Advertisement

Current Oral Health Reports

, Volume 5, Issue 3, pp 178–185 | Cite as

Recent Trends in Tricalcium Silicates for Vital Pulp Therapy

  • Imad About
Dental Restorative Materials (M Özcan, Section Editor)
Part of the following topical collections:
  1. Topical Collection on Dental Restorative Materials

Abstract

Purpose of Review

Tricalcium silicates are considered as materials of choice for vital pulp therapy. Recent development improved their mechanical and bioactive properties and broadened their clinical application fields. Incorporating resins to tricalcium silicates further decreased the setting time and simplified clinical procedures but raised questions about their potential toxicity.

Recent Findings

Tricalcium silicates represent an added value in vital pulp therapy. This is ascribed to the pulp high regeneration potential, material byproducts production upon hydration and growth factor release from target cells. Adding resins to tricalcium silicates decreases their hydration and subsequently leads to pulp toxicity.

Summary

Tricalcium silicates can be successfully used for vital pulp therapy in a broad range of clinical applications. Although long-term clinical studies are still required with these new materials, adding resins to tricalcium silicates is responsible for pulp disorganization and toxicity and cannot be recommended for direct pulp capping.

Keywords

Light-cured tricalcium silicates Direct pulp capping Hydration byproducts Pulp regeneration 

Notes

Compliance with Ethical Standards

Conflict of Interest

Dr. About reports grants from Septodont.

Human and Animal Rights and Informed Consent

This article does not contain any studies with human or animal subjects performed by any of the authors.

References

Papers of particular interest, published recently, have been highlighted as: • Of importance •• Of major importance

  1. 1.
    •• Bakhtiar H, Nekoofar MH, Aminishakib P, Abedi F, Naghi Moosavi F, Esnaashari E, et al. Human pulp responses to partial pulpotomy treatment with TheraCal as compared with Biodentine and ProRoot MTA: a clinical trial. J Endod. 2017;43:1786–91.CrossRefPubMedGoogle Scholar
  2. 2.
    Linu S, Lekshmi MS, Varunkumar VS, Sam Joseph VG. Treatment outcome following direct pulp capping using bioceramic materials in mature permanent teeth with carious exposure: a pilot retrospective study. J Endod. 2017;43:1635–9.CrossRefPubMedGoogle Scholar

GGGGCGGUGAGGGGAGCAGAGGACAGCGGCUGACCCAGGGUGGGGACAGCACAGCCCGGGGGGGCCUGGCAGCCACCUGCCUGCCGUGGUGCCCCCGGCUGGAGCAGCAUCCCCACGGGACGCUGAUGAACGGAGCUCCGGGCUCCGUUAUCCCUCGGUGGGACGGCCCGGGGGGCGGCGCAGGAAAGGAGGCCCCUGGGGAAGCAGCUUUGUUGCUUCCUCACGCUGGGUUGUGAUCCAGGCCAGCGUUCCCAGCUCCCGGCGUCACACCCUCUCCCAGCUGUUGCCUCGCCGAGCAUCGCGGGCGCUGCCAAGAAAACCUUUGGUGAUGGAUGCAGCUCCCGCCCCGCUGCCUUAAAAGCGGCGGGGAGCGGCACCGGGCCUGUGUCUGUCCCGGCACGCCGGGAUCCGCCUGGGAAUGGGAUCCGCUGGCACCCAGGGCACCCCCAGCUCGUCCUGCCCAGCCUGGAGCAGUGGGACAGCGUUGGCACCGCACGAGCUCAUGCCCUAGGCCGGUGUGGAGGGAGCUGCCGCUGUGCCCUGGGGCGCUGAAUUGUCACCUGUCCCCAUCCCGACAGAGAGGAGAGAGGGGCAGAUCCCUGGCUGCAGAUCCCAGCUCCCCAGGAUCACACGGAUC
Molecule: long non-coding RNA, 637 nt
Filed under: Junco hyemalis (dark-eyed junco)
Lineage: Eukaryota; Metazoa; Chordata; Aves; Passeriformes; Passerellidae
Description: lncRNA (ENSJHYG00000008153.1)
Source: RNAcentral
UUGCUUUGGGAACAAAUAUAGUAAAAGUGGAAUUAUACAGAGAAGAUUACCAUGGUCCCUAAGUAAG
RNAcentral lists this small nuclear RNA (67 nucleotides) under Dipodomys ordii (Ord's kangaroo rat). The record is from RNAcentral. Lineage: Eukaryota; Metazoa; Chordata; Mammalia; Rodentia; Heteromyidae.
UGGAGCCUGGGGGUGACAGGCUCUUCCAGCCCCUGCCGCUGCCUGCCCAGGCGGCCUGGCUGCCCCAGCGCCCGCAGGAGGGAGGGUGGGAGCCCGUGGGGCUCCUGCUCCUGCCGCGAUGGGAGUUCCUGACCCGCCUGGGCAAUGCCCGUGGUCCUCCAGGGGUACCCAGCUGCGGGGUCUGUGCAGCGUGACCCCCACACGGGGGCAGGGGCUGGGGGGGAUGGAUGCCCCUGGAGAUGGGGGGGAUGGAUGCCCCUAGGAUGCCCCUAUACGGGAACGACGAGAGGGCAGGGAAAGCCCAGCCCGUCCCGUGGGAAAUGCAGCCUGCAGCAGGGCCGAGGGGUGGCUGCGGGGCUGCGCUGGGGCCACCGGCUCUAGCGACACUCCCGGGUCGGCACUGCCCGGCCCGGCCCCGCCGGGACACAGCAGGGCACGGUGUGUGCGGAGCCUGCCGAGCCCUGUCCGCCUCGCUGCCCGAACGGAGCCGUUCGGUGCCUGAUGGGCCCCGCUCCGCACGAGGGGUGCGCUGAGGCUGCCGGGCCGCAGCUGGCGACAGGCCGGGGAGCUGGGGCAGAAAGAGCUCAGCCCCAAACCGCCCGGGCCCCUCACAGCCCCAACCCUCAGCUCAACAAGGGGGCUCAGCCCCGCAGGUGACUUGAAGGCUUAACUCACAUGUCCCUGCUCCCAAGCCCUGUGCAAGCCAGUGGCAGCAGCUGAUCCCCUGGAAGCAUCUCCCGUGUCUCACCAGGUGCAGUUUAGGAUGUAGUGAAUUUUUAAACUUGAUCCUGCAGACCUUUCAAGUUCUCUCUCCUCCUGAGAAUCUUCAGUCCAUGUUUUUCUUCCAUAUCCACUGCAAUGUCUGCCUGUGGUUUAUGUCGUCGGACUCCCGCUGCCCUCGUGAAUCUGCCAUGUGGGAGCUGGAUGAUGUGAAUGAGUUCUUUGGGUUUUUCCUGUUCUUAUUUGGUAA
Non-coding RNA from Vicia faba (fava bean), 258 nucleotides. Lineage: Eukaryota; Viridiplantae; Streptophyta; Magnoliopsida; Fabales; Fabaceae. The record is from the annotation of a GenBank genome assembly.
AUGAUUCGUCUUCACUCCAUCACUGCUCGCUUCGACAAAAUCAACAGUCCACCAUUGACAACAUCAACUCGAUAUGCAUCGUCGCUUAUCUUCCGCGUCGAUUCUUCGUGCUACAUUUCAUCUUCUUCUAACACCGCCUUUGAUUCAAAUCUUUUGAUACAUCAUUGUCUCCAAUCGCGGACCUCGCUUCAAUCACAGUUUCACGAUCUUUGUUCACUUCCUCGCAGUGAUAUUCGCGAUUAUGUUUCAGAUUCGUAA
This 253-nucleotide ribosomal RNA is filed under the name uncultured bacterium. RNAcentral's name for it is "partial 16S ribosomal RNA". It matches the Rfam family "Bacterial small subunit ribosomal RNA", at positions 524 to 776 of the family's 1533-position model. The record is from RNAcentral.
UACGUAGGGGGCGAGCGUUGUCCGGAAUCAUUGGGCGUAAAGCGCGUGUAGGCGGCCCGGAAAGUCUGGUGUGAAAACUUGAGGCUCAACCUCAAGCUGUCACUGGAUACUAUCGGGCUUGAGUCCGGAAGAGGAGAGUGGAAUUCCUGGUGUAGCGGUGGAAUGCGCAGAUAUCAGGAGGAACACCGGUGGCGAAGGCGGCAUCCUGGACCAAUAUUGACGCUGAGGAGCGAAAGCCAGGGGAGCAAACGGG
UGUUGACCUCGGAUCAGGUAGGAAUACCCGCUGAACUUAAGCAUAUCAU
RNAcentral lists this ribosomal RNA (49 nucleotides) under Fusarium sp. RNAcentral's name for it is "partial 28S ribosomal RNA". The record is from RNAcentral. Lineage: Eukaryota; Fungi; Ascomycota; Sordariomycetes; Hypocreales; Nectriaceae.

3. 3.
    •• About I. Biodentine: from biochemical and bioactive properties to clinical applications. Giornale Italiano di Endodonzia. 2016;30:81–8.CrossRefGoogle Scholar
  4. 4.
    Torabinejad M, Rastegar AF, Kettering JD, Pitt Ford DR. Bacterial leakage of mineral trioxide aggregate as root-end filling material. J Endod. 1995;21:109–12.CrossRefPubMedGoogle Scholar
  5. 5.
    Parirokh M, Torabinejad M. Mineral trioxide aggregate: a comprehensive literature review—part III: clinical applications, drawbacks, and mechanism of action. J Endod. 2010;36:400–13.CrossRefPubMedGoogle Scholar
  6. 6.
    Nowicka A, Lipski M, Parafiniuk M, Sporniak-Tutak K, Lichota D, Kosierkiewicz A, et al. Response of human dental pulp capped with Biodentine and mineral trioxide aggregate. J Endod. 2013;39:743–7.CrossRefPubMedGoogle Scholar
  7. 7.
    • Nowicka A, Wilk G, Lipski M, Kołecki J, Buczkowska-Radlińska J. Tomographic evaluation of reparative dentin formation after direct pulp capping with Ca(OH)2, MTA, Biodentine, and dentin bonding system in human teeth. J Endod. 2015;41:1234–40.CrossRefPubMedGoogle Scholar
  8. 8.
    Vallés M, Mercadé M, Duran-Sindreu F, Bourdelande JL, Roig M. Influence of light and oxygen on the color stability of five calcium silicate-based materials. J Endod. 2013;39:525–8.CrossRefPubMedGoogle Scholar
  9. 9.
    Chang SW, Bae WJ, Yi JK, Lee S, Lee DW, Kum KY, et al. Odontoblastic differentiation, inflammatory response, and angiogenic potential of 4 calcium silicate-based cements: micromega MTA, ProRoot MTA, RetroMTA, and experimental calcium silicate cement. J Endod. 2015;41:1524–9.CrossRefPubMedGoogle Scholar
  10. 10.
    Kum KY, Kim EC, Yoo YJ, Zhu Q, Safavi K, Bae KS, et al. Trace metal contents of three tricalcium silicate materials: MTA Angelus, Micro Mega MTA and Bioaggregate. Int Endod J. 2014;47:704–10.CrossRefPubMedGoogle Scholar
  11. 11.
    Laurent P, Camps J, De Méo M, Dejou J, About I. Induction of specific cell responses to a Ca(3)SiO(5)-based posterior restorative material. Dent Mater. 2008;24:1486–94.CrossRefPubMedGoogle Scholar
  12. 12.
    Atmeh AR, Chong EZ, Richard G, Festy F, Watson TF. Dentin-cement interfacial interaction: calcium silicates and polyalkenoates. J Dent Res. 2012;91:454–9.CrossRefPubMedPubMedCentralGoogle Scholar
  13. 13.
    Raskin A, Eschrich G, Dejou J, About I. In vitro microleakage of Biodentine as a dentin substitute compared to Fuji II LC in cervical lining restorations. J Adhes Dent. 2012;14:535–42.PubMedGoogle Scholar
  14. 14.
    Pedano MS, Li X, Li S, Sun Z, Cokic SM, Putzeys E, et al. Freshly-mixed and setting calcium-silicate cements stimulate human dental pulp cells. Dent Mater. 2018;34:797–808.CrossRefPubMedGoogle Scholar
  15. 15.
    Araújo LB, Cosme-Silva L, Fernandes AP, Oliveira TM, Cavalcanti BDN, Gomes Filho JE, et al. Effects of mineral trioxide aggregate, BiodentineTM and calcium hydroxide on viability, proliferation, migration and differentiation of stem cells from human exfoliated deciduous teeth. J Appl Oral Sci. 2018 Feb 1;26:e20160629.  https://doi.org/10.1590/1678-7757-2016-0629.CrossRefPubMedPubMedCentralGoogle Scholar
  16. 16.
    El Karim IA, McCrudden MT, McGahon MK, Curtis TM, Jeanneau C, Giraud T, et al. Biodentine reduces tumor necrosis factor alpha-induced TRPA1 expression in odontoblastlike cells. J Endod. 2016;42:589–95.CrossRefPubMedGoogle Scholar
  17. 17.